Josh Bond: And I'm kinda scrolling down. It's like, "Oh wow, this guy's serious." It's, like, murders and extortion. And then I get to the bottom and there's this-- this thing. It's like—from one of his old, you know, people saying, "Well, the last time I saw him, he said, you know, when he goes out he's gonna have guns and he's gonna be ready to take people with him." I was like, "Oooh, maybe I shouldn't be involved in this."
Steve Kroft: I mean, we were sitting here laughing about it but he is a pretty serious guy.
Josh Bond: Yeah, yeah.
Steve Kroft: And he killed a lotta people—or had them killed.
Josh Bond: I didn't know that at the time.
Bond told the FBI he wasn't going to knock on the Gasko's door because there was a note posted expressly asking people not to bother them. Carol had told the neighbors that Charlie was showing signs of dementia.
Scott Garriola: We were back there…
So Garriola devised a ruse involving the Gaskos' storage locker in the garage.
Scott Garriola: It had the name Gasko across it and Apartment 303.
He had the manager call and tell them their locker had been broken into and that he needed someone to come down to see if anything was missing, Carol Gasko said her husband would be right down.
Scott Garriola: We just rushed him.
Steve Kroft: You mean, guns out? "FBI--
Scott Garriola: Sure.
Steve Kroft: --don't move."
Scott Garriola: --gave the words, "Hey, FBI, you know, get your hands up." He turned around and hands went up right away. And then at that moment we told him get down on his knees and he gave us-- (laugh) yeah, he gave us a, "I ain't gettin' down on my f'ing knees."
Steve Kroft: Didn't wanna get his pants dirty.
Scott Garriola: Didn't wanna get his pants dirty. You know, wearing white and seeing the oil on the ground I guess he didn't want get down in oil.
Even at 81, this was a man used to being in control.
Scott Garriola: I asked him to identify himself and that didn't go over well. He asked me to f'ing identify myself and then he said, "Well, you know who I am." And I asked him, I said, "Are you Whitey Bulger?" He said, "Yes."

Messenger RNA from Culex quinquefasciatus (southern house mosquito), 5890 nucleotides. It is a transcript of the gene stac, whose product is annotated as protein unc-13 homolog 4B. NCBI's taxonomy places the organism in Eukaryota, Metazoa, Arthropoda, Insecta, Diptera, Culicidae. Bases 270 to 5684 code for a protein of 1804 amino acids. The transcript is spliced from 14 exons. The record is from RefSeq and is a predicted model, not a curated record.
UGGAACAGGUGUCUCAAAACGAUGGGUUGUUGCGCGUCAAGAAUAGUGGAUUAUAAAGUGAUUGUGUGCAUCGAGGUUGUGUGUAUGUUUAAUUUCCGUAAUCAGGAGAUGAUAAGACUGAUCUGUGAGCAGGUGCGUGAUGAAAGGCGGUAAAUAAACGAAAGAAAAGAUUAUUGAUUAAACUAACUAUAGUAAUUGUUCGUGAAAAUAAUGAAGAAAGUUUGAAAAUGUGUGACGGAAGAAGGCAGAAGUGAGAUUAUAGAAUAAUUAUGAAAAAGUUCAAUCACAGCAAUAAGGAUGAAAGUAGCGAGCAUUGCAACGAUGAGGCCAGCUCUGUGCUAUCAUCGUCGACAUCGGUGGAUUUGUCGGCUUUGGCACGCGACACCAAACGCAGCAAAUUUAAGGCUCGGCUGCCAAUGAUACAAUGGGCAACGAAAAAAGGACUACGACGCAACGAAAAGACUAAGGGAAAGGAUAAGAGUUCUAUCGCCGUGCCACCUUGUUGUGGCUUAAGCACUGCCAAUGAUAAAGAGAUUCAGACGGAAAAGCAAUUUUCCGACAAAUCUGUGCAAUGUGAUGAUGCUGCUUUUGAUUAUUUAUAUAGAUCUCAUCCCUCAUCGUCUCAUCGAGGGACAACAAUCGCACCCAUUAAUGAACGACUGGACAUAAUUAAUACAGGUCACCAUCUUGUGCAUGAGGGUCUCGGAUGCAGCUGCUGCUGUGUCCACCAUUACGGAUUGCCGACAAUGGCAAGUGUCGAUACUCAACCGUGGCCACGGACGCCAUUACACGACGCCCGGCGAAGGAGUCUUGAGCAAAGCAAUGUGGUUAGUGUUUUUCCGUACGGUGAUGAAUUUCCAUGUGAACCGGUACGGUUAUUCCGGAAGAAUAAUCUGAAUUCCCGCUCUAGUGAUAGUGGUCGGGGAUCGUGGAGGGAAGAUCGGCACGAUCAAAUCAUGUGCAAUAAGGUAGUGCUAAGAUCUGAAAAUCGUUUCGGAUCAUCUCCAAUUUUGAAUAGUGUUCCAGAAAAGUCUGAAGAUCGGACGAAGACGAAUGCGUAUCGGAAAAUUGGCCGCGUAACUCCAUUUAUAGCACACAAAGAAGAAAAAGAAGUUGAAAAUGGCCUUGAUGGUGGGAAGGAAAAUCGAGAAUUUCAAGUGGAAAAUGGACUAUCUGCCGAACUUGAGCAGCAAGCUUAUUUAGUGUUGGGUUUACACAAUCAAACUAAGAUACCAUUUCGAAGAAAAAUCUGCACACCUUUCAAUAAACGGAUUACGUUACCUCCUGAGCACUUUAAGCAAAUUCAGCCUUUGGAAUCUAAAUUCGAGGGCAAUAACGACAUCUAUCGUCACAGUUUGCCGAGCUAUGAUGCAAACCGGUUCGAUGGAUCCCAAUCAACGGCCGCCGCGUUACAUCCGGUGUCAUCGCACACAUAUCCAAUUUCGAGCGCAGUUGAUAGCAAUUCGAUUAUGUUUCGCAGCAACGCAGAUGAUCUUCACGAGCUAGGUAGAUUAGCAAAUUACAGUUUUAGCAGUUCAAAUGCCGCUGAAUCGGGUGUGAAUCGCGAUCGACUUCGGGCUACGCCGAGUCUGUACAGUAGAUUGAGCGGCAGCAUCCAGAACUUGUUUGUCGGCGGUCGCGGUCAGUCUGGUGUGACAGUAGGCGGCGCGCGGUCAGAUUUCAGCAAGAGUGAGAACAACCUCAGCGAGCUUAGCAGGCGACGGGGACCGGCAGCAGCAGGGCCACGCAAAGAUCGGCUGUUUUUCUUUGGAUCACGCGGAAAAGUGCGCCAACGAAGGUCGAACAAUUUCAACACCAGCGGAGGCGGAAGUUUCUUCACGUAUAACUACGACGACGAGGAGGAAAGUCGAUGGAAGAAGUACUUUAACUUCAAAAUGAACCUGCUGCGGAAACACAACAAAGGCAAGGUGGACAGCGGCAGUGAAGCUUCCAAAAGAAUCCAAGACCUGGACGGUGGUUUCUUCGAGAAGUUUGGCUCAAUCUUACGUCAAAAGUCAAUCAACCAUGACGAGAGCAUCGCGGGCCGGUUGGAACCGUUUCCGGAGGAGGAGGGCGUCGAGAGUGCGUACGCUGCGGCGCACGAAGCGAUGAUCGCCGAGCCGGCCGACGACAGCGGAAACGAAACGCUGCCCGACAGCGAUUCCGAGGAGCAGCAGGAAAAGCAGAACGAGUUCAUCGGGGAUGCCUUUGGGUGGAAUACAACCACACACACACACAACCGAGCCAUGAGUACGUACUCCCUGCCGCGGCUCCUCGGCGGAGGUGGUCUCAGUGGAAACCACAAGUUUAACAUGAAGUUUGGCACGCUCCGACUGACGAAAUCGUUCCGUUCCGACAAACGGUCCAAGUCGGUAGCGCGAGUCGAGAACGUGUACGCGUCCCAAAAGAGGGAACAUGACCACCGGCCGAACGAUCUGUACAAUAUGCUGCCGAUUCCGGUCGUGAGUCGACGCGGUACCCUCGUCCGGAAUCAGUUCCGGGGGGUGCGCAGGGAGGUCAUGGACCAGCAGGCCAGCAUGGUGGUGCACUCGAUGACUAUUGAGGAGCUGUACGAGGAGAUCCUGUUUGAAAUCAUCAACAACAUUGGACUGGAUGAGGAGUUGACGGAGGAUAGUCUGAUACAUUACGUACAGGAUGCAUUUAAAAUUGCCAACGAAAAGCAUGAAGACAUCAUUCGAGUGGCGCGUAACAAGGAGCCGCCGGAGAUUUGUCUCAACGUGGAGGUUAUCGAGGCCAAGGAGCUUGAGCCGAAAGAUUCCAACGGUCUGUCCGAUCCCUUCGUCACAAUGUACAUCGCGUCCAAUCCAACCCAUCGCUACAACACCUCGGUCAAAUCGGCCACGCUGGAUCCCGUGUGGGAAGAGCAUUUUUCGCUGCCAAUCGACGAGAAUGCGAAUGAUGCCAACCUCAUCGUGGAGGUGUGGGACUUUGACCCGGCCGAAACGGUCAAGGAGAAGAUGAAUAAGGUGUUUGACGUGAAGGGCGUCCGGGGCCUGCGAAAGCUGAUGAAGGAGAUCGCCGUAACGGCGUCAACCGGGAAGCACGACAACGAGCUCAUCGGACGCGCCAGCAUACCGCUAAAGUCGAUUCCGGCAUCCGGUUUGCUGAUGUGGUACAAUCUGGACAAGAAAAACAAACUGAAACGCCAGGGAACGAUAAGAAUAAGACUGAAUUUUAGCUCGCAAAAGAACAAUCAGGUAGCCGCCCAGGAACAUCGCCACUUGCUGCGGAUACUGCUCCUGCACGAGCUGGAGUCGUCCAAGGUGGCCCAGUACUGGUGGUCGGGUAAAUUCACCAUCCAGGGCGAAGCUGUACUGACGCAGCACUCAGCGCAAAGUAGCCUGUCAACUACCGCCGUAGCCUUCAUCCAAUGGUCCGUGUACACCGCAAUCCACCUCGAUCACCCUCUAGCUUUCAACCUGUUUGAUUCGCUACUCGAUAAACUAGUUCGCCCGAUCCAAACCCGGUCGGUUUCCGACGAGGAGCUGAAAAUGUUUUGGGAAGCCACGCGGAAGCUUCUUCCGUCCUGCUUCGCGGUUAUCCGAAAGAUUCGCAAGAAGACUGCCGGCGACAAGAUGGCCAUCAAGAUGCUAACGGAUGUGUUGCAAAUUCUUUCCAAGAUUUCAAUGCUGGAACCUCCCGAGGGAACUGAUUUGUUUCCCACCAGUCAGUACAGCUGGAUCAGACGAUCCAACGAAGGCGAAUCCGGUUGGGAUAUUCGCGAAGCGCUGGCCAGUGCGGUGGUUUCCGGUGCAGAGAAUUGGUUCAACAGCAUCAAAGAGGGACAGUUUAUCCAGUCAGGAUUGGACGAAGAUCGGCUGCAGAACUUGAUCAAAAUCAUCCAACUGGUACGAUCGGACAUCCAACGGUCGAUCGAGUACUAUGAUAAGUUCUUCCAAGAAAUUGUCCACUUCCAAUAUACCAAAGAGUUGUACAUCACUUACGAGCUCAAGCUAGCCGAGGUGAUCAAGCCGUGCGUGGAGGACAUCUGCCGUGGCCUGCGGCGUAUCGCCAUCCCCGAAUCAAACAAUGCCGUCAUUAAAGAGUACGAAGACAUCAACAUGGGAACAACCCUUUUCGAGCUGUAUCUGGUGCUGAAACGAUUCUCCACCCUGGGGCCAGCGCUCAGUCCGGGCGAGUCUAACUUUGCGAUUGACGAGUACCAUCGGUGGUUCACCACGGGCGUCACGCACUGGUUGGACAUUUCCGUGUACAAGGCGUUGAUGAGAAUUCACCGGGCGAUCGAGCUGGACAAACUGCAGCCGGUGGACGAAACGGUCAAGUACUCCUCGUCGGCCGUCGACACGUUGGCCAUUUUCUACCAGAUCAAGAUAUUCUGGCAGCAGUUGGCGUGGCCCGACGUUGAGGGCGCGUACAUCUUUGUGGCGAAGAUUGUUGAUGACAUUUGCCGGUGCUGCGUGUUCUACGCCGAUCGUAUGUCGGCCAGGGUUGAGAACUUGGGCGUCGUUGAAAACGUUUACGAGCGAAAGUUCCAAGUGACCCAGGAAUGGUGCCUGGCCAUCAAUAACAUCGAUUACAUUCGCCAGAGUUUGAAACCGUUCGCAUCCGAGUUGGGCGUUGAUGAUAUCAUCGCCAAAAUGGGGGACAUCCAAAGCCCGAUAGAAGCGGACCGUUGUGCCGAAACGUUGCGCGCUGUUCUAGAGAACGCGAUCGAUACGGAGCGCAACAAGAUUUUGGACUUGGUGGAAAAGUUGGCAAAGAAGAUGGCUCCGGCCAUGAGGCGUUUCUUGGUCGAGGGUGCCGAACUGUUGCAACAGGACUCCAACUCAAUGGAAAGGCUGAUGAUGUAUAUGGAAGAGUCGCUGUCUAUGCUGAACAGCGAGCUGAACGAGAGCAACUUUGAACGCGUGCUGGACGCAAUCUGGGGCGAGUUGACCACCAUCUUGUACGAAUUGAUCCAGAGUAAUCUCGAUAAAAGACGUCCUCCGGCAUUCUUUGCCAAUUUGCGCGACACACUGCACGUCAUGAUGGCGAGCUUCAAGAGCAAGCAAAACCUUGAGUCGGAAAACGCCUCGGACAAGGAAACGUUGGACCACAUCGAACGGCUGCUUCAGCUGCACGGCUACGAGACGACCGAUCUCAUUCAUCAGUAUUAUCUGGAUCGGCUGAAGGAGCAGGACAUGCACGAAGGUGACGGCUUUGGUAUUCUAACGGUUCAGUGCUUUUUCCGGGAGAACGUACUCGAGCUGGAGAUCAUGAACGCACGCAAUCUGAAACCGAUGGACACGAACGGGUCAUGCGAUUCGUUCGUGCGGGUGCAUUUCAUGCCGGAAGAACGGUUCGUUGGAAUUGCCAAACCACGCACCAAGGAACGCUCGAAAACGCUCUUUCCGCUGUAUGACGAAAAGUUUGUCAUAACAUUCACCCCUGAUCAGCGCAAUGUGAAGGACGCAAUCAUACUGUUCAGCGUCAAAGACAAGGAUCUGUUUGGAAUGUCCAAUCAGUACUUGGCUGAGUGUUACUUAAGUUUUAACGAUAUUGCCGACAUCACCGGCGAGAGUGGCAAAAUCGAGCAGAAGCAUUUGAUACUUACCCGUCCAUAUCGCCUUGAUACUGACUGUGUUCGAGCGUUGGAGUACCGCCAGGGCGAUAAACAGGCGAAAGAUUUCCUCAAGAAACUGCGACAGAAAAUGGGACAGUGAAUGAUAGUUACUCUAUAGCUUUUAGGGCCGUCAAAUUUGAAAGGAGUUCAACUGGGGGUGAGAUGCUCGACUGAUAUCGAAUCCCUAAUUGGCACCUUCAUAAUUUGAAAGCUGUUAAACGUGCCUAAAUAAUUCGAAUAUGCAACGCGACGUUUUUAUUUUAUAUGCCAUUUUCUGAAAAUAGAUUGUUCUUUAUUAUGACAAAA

Scott Garriola: Just about that moment, someone catches my attention from a few feet away by the elevator shaft.
It was Janus Goodwin from the third floor, going to do her laundry.
Janus Goodwin: And I said, "Excuse me. I think I can help you. This man has dementia, so if he's acting oddly, you know-- that could be why."
Scott Garriola: Immediately what flashed through my mind is, "Oh, my God, I just arrested an 81-year-old man with Alzheimer's who thinks he's Whitey Bulger. What is he gonna tell me next, he's Elvis?" So I said, "Do me a favor, this woman over here says you have a touch of Alzheimer's" and he said, "Don't listen to her, she's f-ing nuts." He says—"I'm James Bulger."
A few minutes later he affirmed it by signing a consent form allowing the FBI to search his apartment.
Scott Garriola: As he's signing he says, "That's the first time I've signed that name in a long time."
Steve Kroft: There was a sense of resignation?
Scott Garriola: I don't think he had it. I did ask him, I said, "Hey, Whitey," I said, "Aren't you relieved that you don't have to look over your shoulder anymore and, you know, it's-- it's come to an end?" And he said, "Are you f****n' nuts?"
But in some ways Whitey Bulger and Catherine Greig had already been prisoners in apartment 303, which appeared to be a mixture of the murderous and the mundane. Alongside the weapons and all the money, they had stockpiled a lifetime supply of cleansers, creams, and detergents. The FBI took special interest a collection of 64-ounce bottles with white socks stretched over the top.
"I did ask him, I said, 'Hey, Whitey,' I said, 'Aren't you relieved that you don't have to look over your shoulder anymore and, you know, it's-- it's come to an end?' And he said, 'Are you f****n' nuts?'"
Scott Garriola: I said, "Hey Whitey, what are these? Are these some kind of Molotov cocktail you're making?" He goes, "No," he said, "I buy tube socks from the 99 Cents Store and they're too tight on my calves and that's the way I stretch 'em out." I said, "Why you shopping at the 99 Cents Store? You have-- half a million dollars under your bed." He goes, "I had to make the money last."
Its been said that one of the reasons it took so long to catch Whitey Bulger, is that people were looking for a gangster, and Bulger, whether he liked it or not, had ceased to be one.
Phil Torsney: He said it was hard to keep up that mindset of a criminal. And that's part of the reason he came down to that garage. He said if he was on his game, you know, 15, 20, 30 years ago, he probably woulda sensed something there. Was-- it was hard to stay on that edge, that criminal edge, after being on the lam as a regular citizen for 15 years.
The master manipulator gave credit to Catherine Greig for keeping him crime-free, hoping it would mitigate her sentence. She is now serving eight years for harboring a fugitive. On the long plane ride back to Boston, Bulger told his captors he became obsessed with not getting caught, and would do anything to avoid it, even if it meant obeying the law. Whitey Bulger's biggest fear, they said, was being discovered dead in his apartment – and he had a plan to avoid it.
Phil Torsney: If he became ill and knew he was on his deathbed. He'd go down to Arizona, crawl down in the bottom of one of these mines, and die and decompose. And hope that we would never find him and still be lookin'-- lookin' for him forever.